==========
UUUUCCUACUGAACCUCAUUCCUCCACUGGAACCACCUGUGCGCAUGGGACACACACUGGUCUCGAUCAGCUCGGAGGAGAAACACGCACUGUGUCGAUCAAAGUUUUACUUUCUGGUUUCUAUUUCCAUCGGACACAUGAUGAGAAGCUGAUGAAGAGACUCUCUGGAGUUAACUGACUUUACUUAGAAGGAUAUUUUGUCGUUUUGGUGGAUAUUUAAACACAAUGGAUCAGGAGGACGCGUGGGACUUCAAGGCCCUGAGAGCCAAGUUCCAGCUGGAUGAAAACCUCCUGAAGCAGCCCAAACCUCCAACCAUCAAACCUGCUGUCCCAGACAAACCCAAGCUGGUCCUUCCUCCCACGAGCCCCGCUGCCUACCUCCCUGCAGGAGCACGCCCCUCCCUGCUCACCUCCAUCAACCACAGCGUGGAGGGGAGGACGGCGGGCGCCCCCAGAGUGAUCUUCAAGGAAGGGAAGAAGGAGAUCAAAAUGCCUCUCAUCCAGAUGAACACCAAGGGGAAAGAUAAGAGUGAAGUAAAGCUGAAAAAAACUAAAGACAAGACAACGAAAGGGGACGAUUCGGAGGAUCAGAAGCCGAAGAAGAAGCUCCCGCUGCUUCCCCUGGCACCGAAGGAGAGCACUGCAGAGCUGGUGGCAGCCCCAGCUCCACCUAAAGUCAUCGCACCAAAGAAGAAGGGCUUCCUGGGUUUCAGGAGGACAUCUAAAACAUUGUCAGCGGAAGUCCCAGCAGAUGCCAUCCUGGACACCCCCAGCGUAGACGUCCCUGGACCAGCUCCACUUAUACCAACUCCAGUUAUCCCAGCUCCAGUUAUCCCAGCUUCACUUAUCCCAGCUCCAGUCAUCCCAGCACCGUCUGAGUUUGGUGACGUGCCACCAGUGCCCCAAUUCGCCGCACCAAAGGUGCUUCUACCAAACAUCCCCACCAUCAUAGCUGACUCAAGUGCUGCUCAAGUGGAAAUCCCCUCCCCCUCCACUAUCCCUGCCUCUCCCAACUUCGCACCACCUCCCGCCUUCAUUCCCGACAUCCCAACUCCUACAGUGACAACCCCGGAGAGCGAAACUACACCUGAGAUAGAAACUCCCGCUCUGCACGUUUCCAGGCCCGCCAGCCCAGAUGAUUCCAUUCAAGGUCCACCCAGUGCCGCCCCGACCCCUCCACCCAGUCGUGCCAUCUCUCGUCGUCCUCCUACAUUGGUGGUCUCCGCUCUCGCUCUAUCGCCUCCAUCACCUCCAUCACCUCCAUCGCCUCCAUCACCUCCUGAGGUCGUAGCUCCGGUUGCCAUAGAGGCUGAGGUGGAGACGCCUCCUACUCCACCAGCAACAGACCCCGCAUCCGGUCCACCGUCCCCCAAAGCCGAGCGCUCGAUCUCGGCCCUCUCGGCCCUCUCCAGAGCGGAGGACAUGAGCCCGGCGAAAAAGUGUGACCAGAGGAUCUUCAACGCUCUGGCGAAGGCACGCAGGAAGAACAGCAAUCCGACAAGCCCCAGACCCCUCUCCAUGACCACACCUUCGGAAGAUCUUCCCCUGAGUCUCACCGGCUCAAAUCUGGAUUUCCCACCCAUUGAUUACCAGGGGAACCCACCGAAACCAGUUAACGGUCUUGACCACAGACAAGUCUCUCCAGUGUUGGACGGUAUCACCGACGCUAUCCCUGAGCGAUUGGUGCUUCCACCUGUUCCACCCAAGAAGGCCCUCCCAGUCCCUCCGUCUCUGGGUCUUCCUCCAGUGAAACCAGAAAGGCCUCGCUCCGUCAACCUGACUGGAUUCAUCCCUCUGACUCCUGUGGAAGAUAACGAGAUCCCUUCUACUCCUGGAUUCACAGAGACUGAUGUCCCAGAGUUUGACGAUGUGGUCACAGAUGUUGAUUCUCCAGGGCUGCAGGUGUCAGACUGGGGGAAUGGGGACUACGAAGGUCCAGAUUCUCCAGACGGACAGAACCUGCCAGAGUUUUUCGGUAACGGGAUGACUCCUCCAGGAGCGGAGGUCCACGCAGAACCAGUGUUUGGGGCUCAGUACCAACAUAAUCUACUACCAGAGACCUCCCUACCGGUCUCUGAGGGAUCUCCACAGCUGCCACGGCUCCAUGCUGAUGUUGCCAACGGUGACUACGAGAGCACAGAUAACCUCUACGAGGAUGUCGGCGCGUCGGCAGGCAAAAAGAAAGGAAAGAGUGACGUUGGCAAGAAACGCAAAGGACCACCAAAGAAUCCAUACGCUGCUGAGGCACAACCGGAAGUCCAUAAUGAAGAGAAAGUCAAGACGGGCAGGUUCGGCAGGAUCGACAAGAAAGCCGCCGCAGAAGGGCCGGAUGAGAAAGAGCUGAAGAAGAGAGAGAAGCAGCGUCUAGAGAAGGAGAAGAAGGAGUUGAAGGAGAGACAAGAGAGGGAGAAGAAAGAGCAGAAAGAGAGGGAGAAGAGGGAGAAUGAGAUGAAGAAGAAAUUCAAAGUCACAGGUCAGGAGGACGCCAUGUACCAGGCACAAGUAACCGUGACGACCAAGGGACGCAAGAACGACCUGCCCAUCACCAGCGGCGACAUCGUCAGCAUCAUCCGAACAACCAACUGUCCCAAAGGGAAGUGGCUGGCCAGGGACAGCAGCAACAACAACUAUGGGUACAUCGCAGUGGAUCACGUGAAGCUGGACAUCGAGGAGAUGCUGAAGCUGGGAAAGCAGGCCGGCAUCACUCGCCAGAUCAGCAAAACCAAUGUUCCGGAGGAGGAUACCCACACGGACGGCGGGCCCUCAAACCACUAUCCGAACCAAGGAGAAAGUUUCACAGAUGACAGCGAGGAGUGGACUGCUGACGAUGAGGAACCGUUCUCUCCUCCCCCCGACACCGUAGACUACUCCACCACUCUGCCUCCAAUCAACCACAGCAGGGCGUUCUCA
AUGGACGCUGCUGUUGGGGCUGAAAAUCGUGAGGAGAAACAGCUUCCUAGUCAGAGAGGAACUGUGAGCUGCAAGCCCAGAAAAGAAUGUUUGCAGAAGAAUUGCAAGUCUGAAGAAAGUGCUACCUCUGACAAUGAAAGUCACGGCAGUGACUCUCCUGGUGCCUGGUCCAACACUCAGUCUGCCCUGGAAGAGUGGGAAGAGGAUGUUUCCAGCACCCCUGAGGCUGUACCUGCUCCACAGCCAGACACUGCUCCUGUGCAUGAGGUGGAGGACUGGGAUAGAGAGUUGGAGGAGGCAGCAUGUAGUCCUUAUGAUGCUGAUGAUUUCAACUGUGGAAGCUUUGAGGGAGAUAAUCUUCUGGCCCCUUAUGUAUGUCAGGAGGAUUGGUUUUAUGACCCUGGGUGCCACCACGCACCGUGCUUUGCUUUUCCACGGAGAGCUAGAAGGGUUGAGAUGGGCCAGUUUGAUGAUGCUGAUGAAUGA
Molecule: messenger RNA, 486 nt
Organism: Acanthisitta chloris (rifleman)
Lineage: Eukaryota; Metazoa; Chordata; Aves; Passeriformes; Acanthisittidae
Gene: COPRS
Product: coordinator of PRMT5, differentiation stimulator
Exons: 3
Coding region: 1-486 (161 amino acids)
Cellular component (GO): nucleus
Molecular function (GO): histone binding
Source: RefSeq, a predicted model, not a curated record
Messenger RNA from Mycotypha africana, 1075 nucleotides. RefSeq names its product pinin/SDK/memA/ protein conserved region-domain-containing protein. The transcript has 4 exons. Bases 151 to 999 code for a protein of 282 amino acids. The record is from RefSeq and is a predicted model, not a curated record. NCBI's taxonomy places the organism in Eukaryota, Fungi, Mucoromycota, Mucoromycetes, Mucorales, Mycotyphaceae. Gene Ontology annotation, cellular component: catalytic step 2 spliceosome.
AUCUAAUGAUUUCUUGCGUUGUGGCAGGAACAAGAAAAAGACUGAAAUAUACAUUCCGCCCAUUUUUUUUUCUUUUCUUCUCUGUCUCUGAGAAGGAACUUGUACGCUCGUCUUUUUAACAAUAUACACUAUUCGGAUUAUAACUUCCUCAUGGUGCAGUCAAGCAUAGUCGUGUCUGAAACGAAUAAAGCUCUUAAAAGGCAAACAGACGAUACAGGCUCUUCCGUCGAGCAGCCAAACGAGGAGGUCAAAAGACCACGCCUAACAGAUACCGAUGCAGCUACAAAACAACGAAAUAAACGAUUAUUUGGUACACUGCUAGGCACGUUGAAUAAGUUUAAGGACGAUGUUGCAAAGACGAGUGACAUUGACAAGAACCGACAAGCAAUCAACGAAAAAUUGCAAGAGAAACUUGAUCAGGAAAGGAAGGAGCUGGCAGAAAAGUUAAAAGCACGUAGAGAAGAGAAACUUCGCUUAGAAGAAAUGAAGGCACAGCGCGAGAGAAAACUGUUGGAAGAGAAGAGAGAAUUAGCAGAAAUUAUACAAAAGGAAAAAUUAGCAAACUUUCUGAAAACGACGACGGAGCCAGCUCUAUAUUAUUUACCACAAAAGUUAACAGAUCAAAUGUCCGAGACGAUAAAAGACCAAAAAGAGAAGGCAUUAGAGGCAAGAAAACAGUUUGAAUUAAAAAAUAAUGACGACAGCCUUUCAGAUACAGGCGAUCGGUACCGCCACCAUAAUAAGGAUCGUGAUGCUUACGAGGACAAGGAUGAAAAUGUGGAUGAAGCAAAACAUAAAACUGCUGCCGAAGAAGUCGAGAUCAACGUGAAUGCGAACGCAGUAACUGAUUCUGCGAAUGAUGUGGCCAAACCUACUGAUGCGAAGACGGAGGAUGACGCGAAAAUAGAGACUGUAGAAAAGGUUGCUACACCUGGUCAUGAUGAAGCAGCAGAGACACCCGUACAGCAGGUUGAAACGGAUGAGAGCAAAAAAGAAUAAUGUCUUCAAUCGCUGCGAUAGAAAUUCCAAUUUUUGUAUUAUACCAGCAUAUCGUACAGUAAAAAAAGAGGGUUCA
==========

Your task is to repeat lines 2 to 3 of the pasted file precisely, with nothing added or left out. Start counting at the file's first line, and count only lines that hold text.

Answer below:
AUGGACGCUGCUGUUGGGGCUGAAAAUCGUGAGGAGAAACAGCUUCCUAGUCAGAGAGGAACUGUGAGCUGCAAGCCCAGAAAAGAAUGUUUGCAGAAGAAUUGCAAGUCUGAAGAAAGUGCUACCUCUGACAAUGAAAGUCACGGCAGUGACUCUCCUGGUGCCUGGUCCAACACUCAGUCUGCCCUGGAAGAGUGGGAAGAGGAUGUUUCCAGCACCCCUGAGGCUGUACCUGCUCCACAGCCAGACACUGCUCCUGUGCAUGAGGUGGAGGACUGGGAUAGAGAGUUGGAGGAGGCAGCAUGUAGUCCUUAUGAUGCUGAUGAUUUCAACUGUGGAAGCUUUGAGGGAGAUAAUCUUCUGGCCCCUUAUGUAUGUCAGGAGGAUUGGUUUUAUGACCCUGGGUGCCACCACGCACCGUGCUUUGCUUUUCCACGGAGAGCUAGAAGGGUUGAGAUGGGCCAGUUUGAUGAUGCUGAUGAAUGA
Molecule: messenger RNA, 486 nt